Speech and Language

Speech and Language Difficulties

Speech Difficulties:
This refers to difficulties producing speech sounds and it impacts on the clarity of speech.

Language & Communication Difficulties:
This is an impairment in the ability to understand (receptive) and/or use (expressive) words. It includes inappropriate use of words and their meanings, the inability to express ideas, incorrect grammar, reduced vocabulary and the inability to follow directions.

Cognitive – Communicative Difficulties:
These are conditions that causes one to have difficulty thinking and processing information. Typically symptoms include change in awareness, perception, reasoning, memory and judgment.

Fluency Difficulties: 
It is characterized by an interruption in the flow of speech, which is referred to as stuttering. It includes repetition of sounds, prolongations and blocks.

Voice Problems: 
One may have difficulty with pitch, volume or quality of their voice such as hoarseness or loss of voice.

Swallowing Difficulties:
This refers to difficulty passing food or liquid from the mouth to the stomach. It usually occurs with neurological conditions such a stroke, cerebral palsy or head trauma.

Speech and Language Assessments

The first step to improve any speech and language difficulties is an in-depth speech and language assessment.

Assessment procedures are chosen based on a child’s or adult’s age and the type of difficulties that one presents with. The initial appointment usually takes between 1-1 ½ hours depending on the complexity of the difficulties.

Upon completion of the assessment, a diagnosis is formulated and an assessment report is completed. The results of the assessment are then discussed with both the patient and/or parent.

The therapist and patient/parent will then work together to develop an individualized treatment plan.

Speech and Language Therapy

With very young children, therapy very often consists of parent counselling and language stimulation activities to help enable and support your child’s development.

Intervention activities for school-age children and teenagers encompass a wide range of language-based games, literacy activities, rhymes, music and art exercises that make language learning fun and enjoyable.

Adult clients benefit from a multitude of cognitive-communication techniques as well as technology to cater to the specific needs of our patients.

Speech-language therapy sessions are typically 30 minutes in duration and are recommended at least once a week. The duration of treatment depends on the severity of the difficulties, the age of the patient and the associated physical, emotional and social factors.

Therapy should begin as soon as possible. Children enrolled in therapy earlier (before age 5) tend to progress quicker than those who begin therapy later. This does not mean that older children do not make progress in therapy but they may progress at a slower rate because they often have learned patterns that may need to be changed.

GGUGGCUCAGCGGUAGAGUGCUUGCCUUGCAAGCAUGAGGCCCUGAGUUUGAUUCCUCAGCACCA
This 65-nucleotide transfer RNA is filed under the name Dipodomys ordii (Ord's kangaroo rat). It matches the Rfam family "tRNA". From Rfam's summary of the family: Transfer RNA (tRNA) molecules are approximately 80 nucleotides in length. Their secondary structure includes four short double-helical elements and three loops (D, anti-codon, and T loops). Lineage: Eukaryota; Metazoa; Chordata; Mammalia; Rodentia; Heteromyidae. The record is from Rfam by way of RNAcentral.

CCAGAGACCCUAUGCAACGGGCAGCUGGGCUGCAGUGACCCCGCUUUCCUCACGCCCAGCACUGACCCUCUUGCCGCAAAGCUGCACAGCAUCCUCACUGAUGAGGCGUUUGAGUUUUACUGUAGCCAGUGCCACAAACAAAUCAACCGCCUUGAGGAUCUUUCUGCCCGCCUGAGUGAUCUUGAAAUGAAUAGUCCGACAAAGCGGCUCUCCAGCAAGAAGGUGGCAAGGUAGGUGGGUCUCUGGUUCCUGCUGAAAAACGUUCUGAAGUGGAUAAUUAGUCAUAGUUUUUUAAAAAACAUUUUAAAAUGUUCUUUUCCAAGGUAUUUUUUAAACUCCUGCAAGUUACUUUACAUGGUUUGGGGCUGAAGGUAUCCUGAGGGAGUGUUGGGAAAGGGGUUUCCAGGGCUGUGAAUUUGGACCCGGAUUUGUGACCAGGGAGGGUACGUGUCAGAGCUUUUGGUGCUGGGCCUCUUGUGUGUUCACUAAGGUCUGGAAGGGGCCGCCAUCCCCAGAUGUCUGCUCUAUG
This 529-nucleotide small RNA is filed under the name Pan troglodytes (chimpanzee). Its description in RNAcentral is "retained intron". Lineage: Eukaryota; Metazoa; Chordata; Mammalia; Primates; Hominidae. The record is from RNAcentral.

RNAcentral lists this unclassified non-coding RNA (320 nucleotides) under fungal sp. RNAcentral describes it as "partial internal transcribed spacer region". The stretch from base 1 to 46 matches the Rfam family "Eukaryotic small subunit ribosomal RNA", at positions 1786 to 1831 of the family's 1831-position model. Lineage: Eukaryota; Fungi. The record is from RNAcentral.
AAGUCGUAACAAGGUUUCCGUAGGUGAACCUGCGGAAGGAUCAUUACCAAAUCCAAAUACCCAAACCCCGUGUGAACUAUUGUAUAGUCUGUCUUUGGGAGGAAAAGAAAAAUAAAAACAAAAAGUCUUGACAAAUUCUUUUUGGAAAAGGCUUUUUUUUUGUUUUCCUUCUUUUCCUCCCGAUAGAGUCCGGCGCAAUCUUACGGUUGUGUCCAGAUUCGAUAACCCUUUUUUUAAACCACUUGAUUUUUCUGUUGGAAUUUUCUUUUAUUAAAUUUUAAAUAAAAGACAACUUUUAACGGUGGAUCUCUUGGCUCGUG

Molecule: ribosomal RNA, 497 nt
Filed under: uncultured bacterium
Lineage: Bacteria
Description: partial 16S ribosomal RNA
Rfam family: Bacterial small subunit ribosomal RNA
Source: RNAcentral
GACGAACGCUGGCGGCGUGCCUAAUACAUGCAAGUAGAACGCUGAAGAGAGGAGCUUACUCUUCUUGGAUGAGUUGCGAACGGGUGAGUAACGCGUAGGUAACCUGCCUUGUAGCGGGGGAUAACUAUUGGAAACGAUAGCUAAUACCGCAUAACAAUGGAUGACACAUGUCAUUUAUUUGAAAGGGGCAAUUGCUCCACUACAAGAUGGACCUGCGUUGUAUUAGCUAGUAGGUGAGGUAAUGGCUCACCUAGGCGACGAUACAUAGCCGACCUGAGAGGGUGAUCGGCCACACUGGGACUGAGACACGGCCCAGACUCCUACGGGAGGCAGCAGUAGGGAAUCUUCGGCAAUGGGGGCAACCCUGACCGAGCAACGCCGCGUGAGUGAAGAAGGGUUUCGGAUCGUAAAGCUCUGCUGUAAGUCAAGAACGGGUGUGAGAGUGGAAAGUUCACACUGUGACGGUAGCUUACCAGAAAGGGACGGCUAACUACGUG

Signs of Speech and Language Disorder

  • Does not appear to respond to voices and everyday sounds by age 6 to 8 weeks
  • A lack of interest in people and toys by the age of 3-4 months
  • No babbling by age 6-10 months
  • Not using single words by age 20 months
  • Not using 2-3 word combinations by age 24-30 months
  • Speech is not understandable by age 3-4 years
  • Not using appropriate and acceptable language structure by 4 years
  • Continues to have poor clarity of speech at approx 4,5 years and older

Who may need Speech-Language Therapy

  • Children with developmental delays
  • Learning difficulties
  • Written language disorders
  • Children with communication difficulties due to physical disabilities
  • Children with Autism
  • Stuttering
  • Feeding / Swallowing difficulties
  • Neurological dysfunction after a stroke or head injury
  • Hearing impairments
  • Cognitive (intellectual, thinking) delays
  • Weak oral/facial muscles
  • Drooling
  • Hoarseness
  • Birth defects such as cleft lip or cleft palate

Speech Red Flags In The Classroom

  • Difficulty following directions that are spoken or read
  • Difficulty comprehending a story that is spoken or read
  • Difficulty organizing thoughts or ideas to convey information clearly
  • Frequently use gestures instead of words to convey their message
  • Difficulty retaining the details or main idea of a story
  • Difficulty appropriately responding to questions or staying on topic
  • Difficulty reading or spelling
  • Difficulty recalling sequences of numbers or letters
  • Have poor clarity of speech
  • Frequently repeats sounds or phrases
  • Appear to be “stuck” on a sound or word (e.g. “Ssssssee you later”)
  • Become frustrated when they cannot clearly convey their message
  • Begin to shut down or withdraw from communicating